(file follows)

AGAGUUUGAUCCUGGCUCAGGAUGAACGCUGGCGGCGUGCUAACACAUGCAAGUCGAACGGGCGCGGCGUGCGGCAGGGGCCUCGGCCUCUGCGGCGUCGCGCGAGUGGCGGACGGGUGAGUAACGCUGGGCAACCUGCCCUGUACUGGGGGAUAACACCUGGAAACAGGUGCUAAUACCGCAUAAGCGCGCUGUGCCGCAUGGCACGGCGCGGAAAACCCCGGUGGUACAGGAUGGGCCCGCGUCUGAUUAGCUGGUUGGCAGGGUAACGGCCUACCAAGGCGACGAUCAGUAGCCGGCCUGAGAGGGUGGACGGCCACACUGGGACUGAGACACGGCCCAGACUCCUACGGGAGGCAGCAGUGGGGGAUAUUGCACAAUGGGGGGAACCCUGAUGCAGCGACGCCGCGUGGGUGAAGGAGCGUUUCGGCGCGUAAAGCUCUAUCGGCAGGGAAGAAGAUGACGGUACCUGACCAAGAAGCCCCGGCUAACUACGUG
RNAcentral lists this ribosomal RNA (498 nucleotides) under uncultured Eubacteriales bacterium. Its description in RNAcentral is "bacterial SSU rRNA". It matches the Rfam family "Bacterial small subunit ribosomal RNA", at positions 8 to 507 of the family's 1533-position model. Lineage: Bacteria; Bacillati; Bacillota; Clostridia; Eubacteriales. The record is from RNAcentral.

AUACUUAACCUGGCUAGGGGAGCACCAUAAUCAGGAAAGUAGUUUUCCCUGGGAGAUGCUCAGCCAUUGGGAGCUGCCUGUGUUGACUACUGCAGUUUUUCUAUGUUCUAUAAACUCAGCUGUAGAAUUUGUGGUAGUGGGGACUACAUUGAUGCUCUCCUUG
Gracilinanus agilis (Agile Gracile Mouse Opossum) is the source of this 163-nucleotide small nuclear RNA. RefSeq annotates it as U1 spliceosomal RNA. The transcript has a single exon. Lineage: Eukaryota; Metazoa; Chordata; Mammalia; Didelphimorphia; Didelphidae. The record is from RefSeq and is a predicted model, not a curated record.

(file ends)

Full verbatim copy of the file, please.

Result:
AGAGUUUGAUCCUGGCUCAGGAUGAACGCUGGCGGCGUGCUAACACAUGCAAGUCGAACGGGCGCGGCGUGCGGCAGGGGCCUCGGCCUCUGCGGCGUCGCGCGAGUGGCGGACGGGUGAGUAACGCUGGGCAACCUGCCCUGUACUGGGGGAUAACACCUGGAAACAGGUGCUAAUACCGCAUAAGCGCGCUGUGCCGCAUGGCACGGCGCGGAAAACCCCGGUGGUACAGGAUGGGCCCGCGUCUGAUUAGCUGGUUGGCAGGGUAACGGCCUACCAAGGCGACGAUCAGUAGCCGGCCUGAGAGGGUGGACGGCCACACUGGGACUGAGACACGGCCCAGACUCCUACGGGAGGCAGCAGUGGGGGAUAUUGCACAAUGGGGGGAACCCUGAUGCAGCGACGCCGCGUGGGUGAAGGAGCGUUUCGGCGCGUAAAGCUCUAUCGGCAGGGAAGAAGAUGACGGUACCUGACCAAGAAGCCCCGGCUAACUACGUG
RNAcentral lists this ribosomal RNA (498 nucleotides) under uncultured Eubacteriales bacterium. Its description in RNAcentral is "bacterial SSU rRNA". It matches the Rfam family "Bacterial small subunit ribosomal RNA", at positions 8 to 507 of the family's 1533-position model. Lineage: Bacteria; Bacillati; Bacillota; Clostridia; Eubacteriales. The record is from RNAcentral.

AUACUUAACCUGGCUAGGGGAGCACCAUAAUCAGGAAAGUAGUUUUCCCUGGGAGAUGCUCAGCCAUUGGGAGCUGCCUGUGUUGACUACUGCAGUUUUUCUAUGUUCUAUAAACUCAGCUGUAGAAUUUGUGGUAGUGGGGACUACAUUGAUGCUCUCCUUG
Gracilinanus agilis (Agile Gracile Mouse Opossum) is the source of this 163-nucleotide small nuclear RNA. RefSeq annotates it as U1 spliceosomal RNA. The transcript has a single exon. Lineage: Eukaryota; Metazoa; Chordata; Mammalia; Didelphimorphia; Didelphidae. The record is from RefSeq and is a predicted model, not a curated record.